Review: Red Soil
- A pacey, socially engaged, family-focused thriller which follows in the wake of a whistleblower to examine the conflict between the fight against pollution and the defence of economic interests
"Why are you getting involved in something that doesn’t concern you?", "Do you really think eco-warriors are going to protect our jobs?" At the very same time that the "Climate and Resilience" bill is under discussion at the French National Assembly, Farid Bentoumi’s second feature Red Soil [+see also:
film profile] - awarded Cannes’ 2020 Official Selection - is continuing its festival career in the Fiction competition of Geneva’s 19th International Film Festival and Forum on Human Rights (FIFDH), pending its cinema release in France, which Ad Vitam has found itself repeatedly postponing, on account of the pandemic, since the autumn.
This state of limbo, however, in no way detracts from the urgency and pertinence of the environmental theme which is tackled so effectively and empathically in this film. The latter positions itself at the heart of conflicting interests: on one side, we have public health jeopardised by industrial pollution, and on the other, protection of the economy and of jobs. But there’s also loyalty towards one’s own family in respect of their place of work versus the need to expose the truth and play the uncomfortable part of whistleblower.
This informer, who never imagined herself as such, is a nurse called Nour (rising star Zita Hanrot) who has returned to her small hometown after being found guilty of professional misconduct by her hospital. Her family pressure her into taking a job in the factory where her father Slimane (Sami Bouajila, impeccable as ever) has worked for 29 years, and where he also acts as a union rep. But between the breathing problems experienced by one particular worker who hasn’t been examined by occupational health for 15 years, and an incident involving a temporary worker who is burned and then "consoled" by way of a compensation package (with no formal declaration of the accident), the young woman begins to wonder if something is amiss.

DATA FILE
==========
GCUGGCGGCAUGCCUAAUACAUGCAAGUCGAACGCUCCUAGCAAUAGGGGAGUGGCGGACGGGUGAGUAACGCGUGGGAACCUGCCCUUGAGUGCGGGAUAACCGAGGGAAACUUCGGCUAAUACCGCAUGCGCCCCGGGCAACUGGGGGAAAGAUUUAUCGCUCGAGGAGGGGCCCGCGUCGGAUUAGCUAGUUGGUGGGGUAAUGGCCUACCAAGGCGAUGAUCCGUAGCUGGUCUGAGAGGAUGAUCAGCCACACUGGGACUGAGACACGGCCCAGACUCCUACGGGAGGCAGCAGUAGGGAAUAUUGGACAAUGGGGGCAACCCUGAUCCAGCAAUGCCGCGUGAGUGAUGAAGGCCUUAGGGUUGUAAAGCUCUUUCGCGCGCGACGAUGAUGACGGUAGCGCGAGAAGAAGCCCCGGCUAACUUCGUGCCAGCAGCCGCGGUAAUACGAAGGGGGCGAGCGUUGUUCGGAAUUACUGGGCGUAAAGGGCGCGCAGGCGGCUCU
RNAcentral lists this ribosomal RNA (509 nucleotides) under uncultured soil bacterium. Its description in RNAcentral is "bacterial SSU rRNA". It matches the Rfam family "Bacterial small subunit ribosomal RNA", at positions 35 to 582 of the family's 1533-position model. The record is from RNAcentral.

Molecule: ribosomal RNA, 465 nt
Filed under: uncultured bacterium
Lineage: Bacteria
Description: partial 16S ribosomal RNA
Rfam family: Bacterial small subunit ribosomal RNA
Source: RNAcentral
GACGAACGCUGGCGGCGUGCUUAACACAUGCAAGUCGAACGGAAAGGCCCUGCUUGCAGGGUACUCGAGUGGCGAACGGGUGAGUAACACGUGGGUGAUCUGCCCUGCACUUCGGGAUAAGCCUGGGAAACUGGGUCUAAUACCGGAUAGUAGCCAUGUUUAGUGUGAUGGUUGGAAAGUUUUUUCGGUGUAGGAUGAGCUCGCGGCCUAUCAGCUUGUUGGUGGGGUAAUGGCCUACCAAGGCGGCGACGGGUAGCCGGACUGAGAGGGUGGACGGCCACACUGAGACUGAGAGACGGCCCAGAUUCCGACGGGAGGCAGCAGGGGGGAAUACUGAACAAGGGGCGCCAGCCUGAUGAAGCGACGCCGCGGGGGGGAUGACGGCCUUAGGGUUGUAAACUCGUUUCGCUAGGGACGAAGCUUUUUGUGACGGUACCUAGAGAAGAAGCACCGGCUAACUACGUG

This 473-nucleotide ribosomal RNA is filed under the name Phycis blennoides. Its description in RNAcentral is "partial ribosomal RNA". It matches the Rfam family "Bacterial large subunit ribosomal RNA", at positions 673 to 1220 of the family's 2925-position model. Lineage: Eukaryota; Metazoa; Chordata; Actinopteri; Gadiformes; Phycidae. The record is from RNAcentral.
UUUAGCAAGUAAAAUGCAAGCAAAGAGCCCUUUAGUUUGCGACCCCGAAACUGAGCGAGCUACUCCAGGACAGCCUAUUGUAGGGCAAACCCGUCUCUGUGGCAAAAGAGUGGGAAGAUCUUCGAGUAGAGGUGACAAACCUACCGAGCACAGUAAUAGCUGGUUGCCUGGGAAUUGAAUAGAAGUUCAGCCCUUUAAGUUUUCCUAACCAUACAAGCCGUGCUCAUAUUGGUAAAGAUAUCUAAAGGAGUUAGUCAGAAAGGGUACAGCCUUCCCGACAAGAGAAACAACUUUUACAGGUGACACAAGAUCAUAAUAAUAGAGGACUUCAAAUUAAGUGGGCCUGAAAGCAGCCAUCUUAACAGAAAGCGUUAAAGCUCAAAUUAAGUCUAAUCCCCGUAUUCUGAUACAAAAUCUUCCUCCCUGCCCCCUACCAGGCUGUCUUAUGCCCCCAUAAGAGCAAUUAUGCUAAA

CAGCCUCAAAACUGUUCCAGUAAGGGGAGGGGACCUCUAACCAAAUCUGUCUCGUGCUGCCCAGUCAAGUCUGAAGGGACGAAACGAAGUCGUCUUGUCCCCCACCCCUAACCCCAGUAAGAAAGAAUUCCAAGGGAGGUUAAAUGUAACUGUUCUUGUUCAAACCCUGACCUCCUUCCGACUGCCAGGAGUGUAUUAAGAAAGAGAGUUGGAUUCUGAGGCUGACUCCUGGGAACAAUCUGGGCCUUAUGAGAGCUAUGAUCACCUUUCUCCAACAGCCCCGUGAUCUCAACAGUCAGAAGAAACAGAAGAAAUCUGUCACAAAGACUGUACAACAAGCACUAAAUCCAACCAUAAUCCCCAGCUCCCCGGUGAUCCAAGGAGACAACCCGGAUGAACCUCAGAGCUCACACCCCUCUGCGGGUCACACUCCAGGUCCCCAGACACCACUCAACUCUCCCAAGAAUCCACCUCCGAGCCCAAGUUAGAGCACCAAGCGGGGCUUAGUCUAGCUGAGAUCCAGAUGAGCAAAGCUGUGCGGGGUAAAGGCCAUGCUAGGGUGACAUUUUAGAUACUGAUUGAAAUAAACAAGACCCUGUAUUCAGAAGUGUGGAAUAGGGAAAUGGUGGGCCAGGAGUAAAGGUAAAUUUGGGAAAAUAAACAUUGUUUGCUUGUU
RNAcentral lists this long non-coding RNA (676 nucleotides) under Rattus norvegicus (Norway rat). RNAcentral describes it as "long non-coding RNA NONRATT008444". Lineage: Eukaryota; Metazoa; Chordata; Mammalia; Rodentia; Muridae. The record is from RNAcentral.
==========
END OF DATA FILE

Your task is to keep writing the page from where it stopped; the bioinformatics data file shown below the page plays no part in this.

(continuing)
Her questions place her in an awkward position vis-a-vis her father ("the factory puts food on our table. Don’t bite the hand that feeds you", "labour law? Do you want me to lose my job? You don’t care about the fact that I found you a job?") and the rest of her family, who all insist that the company, which is also currently undergoing re-evaluation by the public authorities to assess the factory’s chemical discharge levels, is well run (by Olivier Gourmet). Nour’s path crosses that of independent journalist Emma (Céline Sallette) who is conducting an investigation stemming back decades earlier and concerning the protected (and gated) lake area of a neighbouring nature reserve…
With the character’s growing awareness of wrongdoing, her crossing of the boundary between simple journalistic source and activism, and the moral dilemma which finds her torn between loyalty to her family and the need for transparency, Red Soil (whose story was written by the director and Samuel Doux) intelligently opts for an Erin Brockovich-style plot and advisedly steers clear of a black and white approach to offer up a fair portrayal of a working-class environment whose workers are held over a barrel amidst the threat of unemployment. Painting a similarly credible portrait of investigative journalism, the film uncovers the many complex issues at stake in the ecological struggle, whilst opting for a pace and visual style which are highly accessible to wider audiences, who can easily identify with the concerns of the protagonist and those of her father; because, ultimately, the fight against pollution must be rooted within the microcosm of the family and within the overcoming of differences born out of external sources of pressure.
(Translated from French)
Did you enjoy reading this article? Please subscribe to our newsletter to receive more stories like this directly in your inbox.